Voting Rights for Shareholders

Voting Rights and Proxy Season

With proxy season at our doorstep, we thought it would be a good idea to explain a bit about shareholder voting rights. Proxy season is when many publicly traded companies hold their annual shareholder meetings and typically runs late April through early June.  Many companies end their fiscal year on December 31, with their annual meetings following five to six months after.

One right inherent in owning stock is the right to vote at the company’s annual shareholder meeting.  This is true even if you only own one share of the company’s stock.  Most shareholders do not attend these meetings in person, but will vote remotely “by proxy,” either by mail, phone or online.  Voting by proxy refers to the legal authority that allows a shareholder to cast a vote without being physically present at the meeting.

Prior to the meeting, the company will send shareholders a proxy statement providing details about the annual meeting, share ownership, board structure, executive compensation, and identifying the issues shareholders need to approve at the annual meeting.

Some of the items shareholders may be asked to ratify at these meetings include:

      • The election of directors and executive compensation
      • Potential acquisitions
      • Stock option plans

Shareholders who trust the board’s judgment can vote the board’s recommendation.  However, any shareholder with qualms about the way the board is managing the company should vote their conscience, even if that means voting against the proposed board and its recommendations.

Shareholders who want a seat at the table have the right to submit resolutions for consideration at the annual meeting.  A shareholder’s ability to submit a proposal is based upon the amount of stock they own and the amount of time they have owned the stock.  The more stock a shareholder owns, the less amount of time they are required to wait to submit a proposal.  Shareholders who own $25,000 worth of stock can submit their proposal after just one year of ownership; shareholders who own at least $15,000 worth of stock can submit their proposal after two years of ownership; and a shareholder who owns $2,000 worth of company stock can submit a proposal if they have held their stock for at least three years prior to the annual filing deadline.  If a proposal makes it onto the proxy and fails, it may be resubmitted in the following years under certain circumstances.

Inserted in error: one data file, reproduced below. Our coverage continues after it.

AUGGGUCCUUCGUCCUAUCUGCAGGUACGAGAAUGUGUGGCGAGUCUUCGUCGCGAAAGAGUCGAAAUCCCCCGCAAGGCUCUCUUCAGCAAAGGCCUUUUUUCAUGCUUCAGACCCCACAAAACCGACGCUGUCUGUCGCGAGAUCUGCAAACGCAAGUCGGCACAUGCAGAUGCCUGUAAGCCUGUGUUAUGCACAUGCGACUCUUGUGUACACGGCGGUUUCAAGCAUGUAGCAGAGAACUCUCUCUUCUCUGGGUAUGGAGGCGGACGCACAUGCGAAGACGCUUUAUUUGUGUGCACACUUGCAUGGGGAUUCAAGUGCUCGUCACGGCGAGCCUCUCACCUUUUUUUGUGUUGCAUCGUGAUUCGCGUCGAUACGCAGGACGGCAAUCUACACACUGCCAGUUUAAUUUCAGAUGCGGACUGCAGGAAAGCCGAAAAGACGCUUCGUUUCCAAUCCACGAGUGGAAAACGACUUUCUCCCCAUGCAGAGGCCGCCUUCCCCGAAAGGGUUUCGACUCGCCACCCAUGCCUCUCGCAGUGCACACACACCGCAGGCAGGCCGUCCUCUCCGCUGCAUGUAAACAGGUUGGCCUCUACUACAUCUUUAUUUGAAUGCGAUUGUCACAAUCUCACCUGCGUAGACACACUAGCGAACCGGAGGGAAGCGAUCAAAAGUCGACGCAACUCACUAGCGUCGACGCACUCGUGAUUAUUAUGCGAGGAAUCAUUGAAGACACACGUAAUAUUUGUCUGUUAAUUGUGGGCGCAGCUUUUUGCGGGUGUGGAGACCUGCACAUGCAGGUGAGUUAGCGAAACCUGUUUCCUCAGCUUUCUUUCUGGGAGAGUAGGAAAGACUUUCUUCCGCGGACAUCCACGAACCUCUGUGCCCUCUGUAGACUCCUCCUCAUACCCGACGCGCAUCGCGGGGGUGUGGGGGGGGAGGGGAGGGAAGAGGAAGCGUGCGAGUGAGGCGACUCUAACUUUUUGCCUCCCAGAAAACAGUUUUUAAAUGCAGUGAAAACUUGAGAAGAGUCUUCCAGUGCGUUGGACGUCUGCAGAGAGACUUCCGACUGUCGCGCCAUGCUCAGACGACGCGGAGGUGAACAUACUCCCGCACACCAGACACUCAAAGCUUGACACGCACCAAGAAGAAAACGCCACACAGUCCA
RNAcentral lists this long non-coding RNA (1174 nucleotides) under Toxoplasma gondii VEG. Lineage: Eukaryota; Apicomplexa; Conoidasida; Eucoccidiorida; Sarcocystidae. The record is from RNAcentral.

Institutional Investors

Mutual funds, index funds, pensions and hedge funds own around 70% of the outstanding shares of publicly traded companies and have high voting participation rates, which give them a large influence over voting outcomes.  They use this influence to bring about change relating to a variety of environmental and social issues, including diversity and inclusion, racial-justice, and disclosure of political contributions, to name a few.  They are also able to take other courses of action, such as speaking directly with company management to discuss a proposal, getting a proposal withdrawn, or working towards resolution of a shareholder proposal without the need for a vote.

This year in particular is turning into an unusually active proxy season.  Neuberger Berman, an investment management firm, has already published its voting intentions at more than 60 companies where its clients have significant economic exposure.  Neuberger Berman is not alone.  By previewing their voting decisions online prior to the meeting date, institutional investors are giving individual shareholders valuable insight and guidance on where they stand on the issues.

Does Your Vote Make A Difference?

Shareholder voting is the primary way in which shareholders can influence a company’s operations, corporate governance, and environmental and social accountability that fall outside financial considerations.  Binding resolutions can shape the course of a company.  In the case of board composition, shareholder votes can make the difference between a board packed with self-interested insiders versus one focused on long-term shareholder returns.  Shareholders need not attend the shareholder meeting in person, but they should vote to ensure the company is being managed honestly, effectively and successfully.

If you ever have any questions regarding your shareholder voting rights, please reach out to us at

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